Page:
- Posted by Sharnie Ashton in Uncategorised
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The old saying goes ‘you can’t teach an old dog new tricks’ but training an older dog can be great fun and very rewarding for you both.
Training strengthens bonds and is also a good form of mental and physical stimulation.
Use treats with a strong scent
Reward based training using treats is a great way to keep your older dog engaged.
As dogs age, their sensory abilities such as smell and taste can be affected.
Try using a reward that has a strong smell and taste to keep them interested. Try mixing up smelly rewards to stop them getting bored.
Meatlove meat and treat salmon has a great taste and an irresistible scent.
Be aware of calorie intake
As dogs age, their metabolism slows down. This makes them prone to gaining weight.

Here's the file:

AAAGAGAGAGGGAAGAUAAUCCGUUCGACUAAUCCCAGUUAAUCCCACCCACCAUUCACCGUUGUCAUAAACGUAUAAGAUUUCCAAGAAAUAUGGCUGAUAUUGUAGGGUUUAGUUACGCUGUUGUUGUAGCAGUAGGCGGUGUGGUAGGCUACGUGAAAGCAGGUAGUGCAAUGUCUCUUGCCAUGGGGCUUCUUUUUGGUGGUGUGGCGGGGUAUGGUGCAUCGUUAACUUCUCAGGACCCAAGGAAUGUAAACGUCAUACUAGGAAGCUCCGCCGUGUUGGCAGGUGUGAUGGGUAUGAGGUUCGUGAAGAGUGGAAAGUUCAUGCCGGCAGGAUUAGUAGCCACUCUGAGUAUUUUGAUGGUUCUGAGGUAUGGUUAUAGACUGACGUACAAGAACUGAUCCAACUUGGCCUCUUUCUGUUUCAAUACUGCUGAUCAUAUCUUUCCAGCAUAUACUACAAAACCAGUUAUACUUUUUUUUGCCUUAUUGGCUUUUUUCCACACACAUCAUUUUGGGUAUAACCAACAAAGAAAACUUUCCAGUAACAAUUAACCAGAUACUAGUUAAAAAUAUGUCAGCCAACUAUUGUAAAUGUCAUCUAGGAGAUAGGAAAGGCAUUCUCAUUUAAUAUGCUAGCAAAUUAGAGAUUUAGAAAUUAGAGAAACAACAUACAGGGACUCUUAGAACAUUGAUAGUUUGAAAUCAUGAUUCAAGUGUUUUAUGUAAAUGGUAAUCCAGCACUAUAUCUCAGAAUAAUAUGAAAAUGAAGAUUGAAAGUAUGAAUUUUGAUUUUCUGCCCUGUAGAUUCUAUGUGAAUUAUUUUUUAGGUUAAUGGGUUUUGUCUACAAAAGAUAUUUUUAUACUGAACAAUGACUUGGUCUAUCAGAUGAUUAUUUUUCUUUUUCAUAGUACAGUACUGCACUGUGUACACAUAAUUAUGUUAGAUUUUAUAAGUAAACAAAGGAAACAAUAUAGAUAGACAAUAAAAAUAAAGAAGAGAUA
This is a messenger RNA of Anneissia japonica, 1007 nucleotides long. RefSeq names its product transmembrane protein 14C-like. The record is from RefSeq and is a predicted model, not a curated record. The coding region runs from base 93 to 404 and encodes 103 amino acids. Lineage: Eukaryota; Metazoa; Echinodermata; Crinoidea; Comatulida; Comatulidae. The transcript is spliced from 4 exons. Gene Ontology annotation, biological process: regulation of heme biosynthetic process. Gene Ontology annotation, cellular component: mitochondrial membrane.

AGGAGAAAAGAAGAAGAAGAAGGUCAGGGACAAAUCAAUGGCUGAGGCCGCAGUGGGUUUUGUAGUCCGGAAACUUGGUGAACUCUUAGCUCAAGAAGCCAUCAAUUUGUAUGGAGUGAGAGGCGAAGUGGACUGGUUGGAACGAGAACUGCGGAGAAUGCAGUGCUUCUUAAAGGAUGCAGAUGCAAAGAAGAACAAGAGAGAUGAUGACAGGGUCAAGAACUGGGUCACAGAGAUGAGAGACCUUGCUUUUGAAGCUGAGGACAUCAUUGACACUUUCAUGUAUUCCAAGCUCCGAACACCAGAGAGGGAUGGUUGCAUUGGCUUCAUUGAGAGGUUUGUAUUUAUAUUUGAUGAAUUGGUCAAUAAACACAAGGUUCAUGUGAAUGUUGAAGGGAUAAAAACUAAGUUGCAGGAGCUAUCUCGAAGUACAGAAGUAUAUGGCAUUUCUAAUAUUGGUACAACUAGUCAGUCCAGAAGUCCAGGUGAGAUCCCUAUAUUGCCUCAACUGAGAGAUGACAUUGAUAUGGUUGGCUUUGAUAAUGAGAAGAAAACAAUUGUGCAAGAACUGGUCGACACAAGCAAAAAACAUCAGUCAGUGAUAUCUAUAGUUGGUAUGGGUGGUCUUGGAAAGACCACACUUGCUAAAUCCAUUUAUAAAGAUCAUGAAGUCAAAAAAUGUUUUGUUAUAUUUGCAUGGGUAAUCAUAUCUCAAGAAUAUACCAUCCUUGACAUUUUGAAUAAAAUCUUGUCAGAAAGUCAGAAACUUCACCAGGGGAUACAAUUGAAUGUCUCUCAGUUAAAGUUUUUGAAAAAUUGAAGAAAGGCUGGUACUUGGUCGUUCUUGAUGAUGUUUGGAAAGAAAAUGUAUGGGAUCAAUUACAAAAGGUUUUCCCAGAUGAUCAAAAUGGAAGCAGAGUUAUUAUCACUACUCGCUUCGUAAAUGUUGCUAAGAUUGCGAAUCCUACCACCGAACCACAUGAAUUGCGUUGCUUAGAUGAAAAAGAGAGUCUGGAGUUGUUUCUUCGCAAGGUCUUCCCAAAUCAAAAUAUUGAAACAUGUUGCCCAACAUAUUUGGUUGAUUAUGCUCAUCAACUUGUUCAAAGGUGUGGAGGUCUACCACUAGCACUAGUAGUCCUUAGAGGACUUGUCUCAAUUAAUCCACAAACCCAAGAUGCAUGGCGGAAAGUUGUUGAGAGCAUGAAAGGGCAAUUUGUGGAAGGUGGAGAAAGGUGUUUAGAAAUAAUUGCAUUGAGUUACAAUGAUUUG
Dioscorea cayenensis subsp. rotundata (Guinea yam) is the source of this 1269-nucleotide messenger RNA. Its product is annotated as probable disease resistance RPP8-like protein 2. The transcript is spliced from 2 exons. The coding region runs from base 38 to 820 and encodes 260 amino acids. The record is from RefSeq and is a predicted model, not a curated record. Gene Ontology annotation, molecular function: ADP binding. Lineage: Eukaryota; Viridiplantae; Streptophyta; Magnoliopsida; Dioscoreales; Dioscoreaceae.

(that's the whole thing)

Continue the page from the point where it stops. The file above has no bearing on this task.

Try using low fat rewards such as Kiwi Walker freeze dried rabbit. Rabbit is lower in fat than most other meats.
Make sure treats are counted as part of your dog’s daily food allowance.
Keep sessions short
All training sessions should be kept short and sweet for any dog.
It is even more important to take this into consideration when training an older dog. Training requires a lot of concentration and is mentally tiring.
Try to keep training sessions to around 3 minutes long. Any more than this could put too much strain on an older dog.
Avoid pressure on the joints
Choose tricks that are easy on the joints. Teaching your older dog tricks that involve them getting up and down may not be suitable.
Try opting for tricks like hand/ eye targets or vocal cues.
Be careful not to ask your dog to perform beyond what they are comfortable with.
As dogs age their hearing or sight may be compromised. If you are using verbal cues, be sure to communicate loud and clear.
It may also useful to use a combination of both hand and verbal cues to make understanding even easier.